Servicers, which collect mortgage payments from borrowers and work out terms of a loan, are supposed to explore all alternatives to foreclosure before reclaiming a home, and to give homeowners a fair and clear evaluation process. But as millions of borrowers fell behind on payments in the wake of the financial meltdown, loan servicers got slammed by tons of added legwork and administration, and many more got perverse incentives to fast-track borrowers into default. Some servicers put on a spectacular show of incompetence and outright fraud, routinely losing paperwork, "robo-signing" people into wrongful foreclosures, and locking people out of their houses when the borrowers thought they were on road to loan modification. Much of this is still happening. The new CFPB rules are supposed to help fix it. (A similar set of regulations targeting mortgage lenders was released last week.)
Federal banking regulators have decided it's a bad thing that JPMorgan Chase lost $6 billion on a risky bet last year and failed to close money-laundering loopholes. But that's pretty much all they've decided.
The Office of the Comptroller of the Currency and the Federal Reserve ordered the bank Monday to fix risk-management failures that led to the massive loss on a trade out of its London office in May 2012, as well as tighten up monitoring of cash transactions that may have allowed suspected terrorists and drug dealers to launder money. But there will be no fines or hard penalties levied for the bank's failures.
The green crowd used to feel pretty rosy about Greece. After former Prime Minister George Papandreou was elected in 2009, he set up a government ministry to study the environment, energy, and climate change, and he talked up initiatives on eco-tourism and renewable energy. But now, after six years of recession, the country has begun buying into several new environmentally damaging development schemes to generate liquidity, the New York Times reports.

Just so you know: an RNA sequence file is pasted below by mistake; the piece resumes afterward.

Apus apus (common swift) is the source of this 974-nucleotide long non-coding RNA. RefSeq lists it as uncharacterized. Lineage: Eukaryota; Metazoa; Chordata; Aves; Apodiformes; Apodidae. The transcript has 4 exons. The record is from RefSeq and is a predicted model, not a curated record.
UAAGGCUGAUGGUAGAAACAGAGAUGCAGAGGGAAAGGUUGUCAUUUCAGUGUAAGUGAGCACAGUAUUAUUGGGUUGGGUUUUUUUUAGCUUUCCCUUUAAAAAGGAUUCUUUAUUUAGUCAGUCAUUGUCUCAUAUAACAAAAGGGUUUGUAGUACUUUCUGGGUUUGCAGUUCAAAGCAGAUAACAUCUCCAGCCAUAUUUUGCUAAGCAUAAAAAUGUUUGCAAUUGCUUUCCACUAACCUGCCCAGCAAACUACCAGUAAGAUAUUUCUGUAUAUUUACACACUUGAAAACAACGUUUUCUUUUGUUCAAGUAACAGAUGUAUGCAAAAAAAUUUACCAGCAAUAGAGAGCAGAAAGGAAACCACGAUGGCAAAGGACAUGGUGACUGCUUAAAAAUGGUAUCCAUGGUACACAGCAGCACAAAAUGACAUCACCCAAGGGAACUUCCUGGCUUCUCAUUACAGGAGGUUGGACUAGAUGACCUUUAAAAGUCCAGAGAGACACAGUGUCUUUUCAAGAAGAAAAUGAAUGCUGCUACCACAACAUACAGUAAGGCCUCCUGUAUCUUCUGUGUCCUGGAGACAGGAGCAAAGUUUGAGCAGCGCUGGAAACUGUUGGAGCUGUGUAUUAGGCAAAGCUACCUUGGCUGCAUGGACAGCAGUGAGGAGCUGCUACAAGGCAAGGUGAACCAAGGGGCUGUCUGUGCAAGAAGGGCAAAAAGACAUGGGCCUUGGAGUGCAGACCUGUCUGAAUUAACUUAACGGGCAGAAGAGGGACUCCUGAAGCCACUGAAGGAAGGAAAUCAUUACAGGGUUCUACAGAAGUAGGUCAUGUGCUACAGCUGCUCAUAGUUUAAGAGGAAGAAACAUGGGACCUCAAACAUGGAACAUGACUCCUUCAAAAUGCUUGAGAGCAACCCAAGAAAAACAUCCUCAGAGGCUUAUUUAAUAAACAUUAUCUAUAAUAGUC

The devastating Haiti earthquake that killed 217,000 people and left 1.5 million homeless happened three years ago Saturday. For a year or so, the drama captured plenty of headlines and human interest; our own human rights reporter, Mac McClelland, traveled to Port-au-Prince to document the hazards that befell Haitians and the morass that doomed much of the nation's inbound aid. This year's anniversary hasn't generated much media attention, but that's not because everything in the island nation is fixed. Almost 360,000 people remain in tent camps, and the country's infrastructure is still in shambles. A lot of that is due to the failures of the international community.
Only half of the $13.34 billion in international aid allocated for Haiti reconstruction has been disbursed. And of that, only a small portion has gone to "reconstruction," strictly defined. Instead, the New York Times reported in December, "much of the so-called recovery aid was devoted to costly current programs, like highway building and HIV prevention, and to new projects far outside the disaster zone."
So this is where the Roberts Court draws the line on civil liberties: warrantless, forced blood tests. The Supreme Court heard arguments Wednesday in Missouri v. McNeely, on whether someone arrested for drunk driving can be forced to provide blood samples without consent or a warrant.
Missouri’s top court had unanimously rejected a argument by the state that there should be a categorical exception to the Fourth Amendment warrant requirement in all DWI cases. And it looks as though the highest court in the land will go the same way.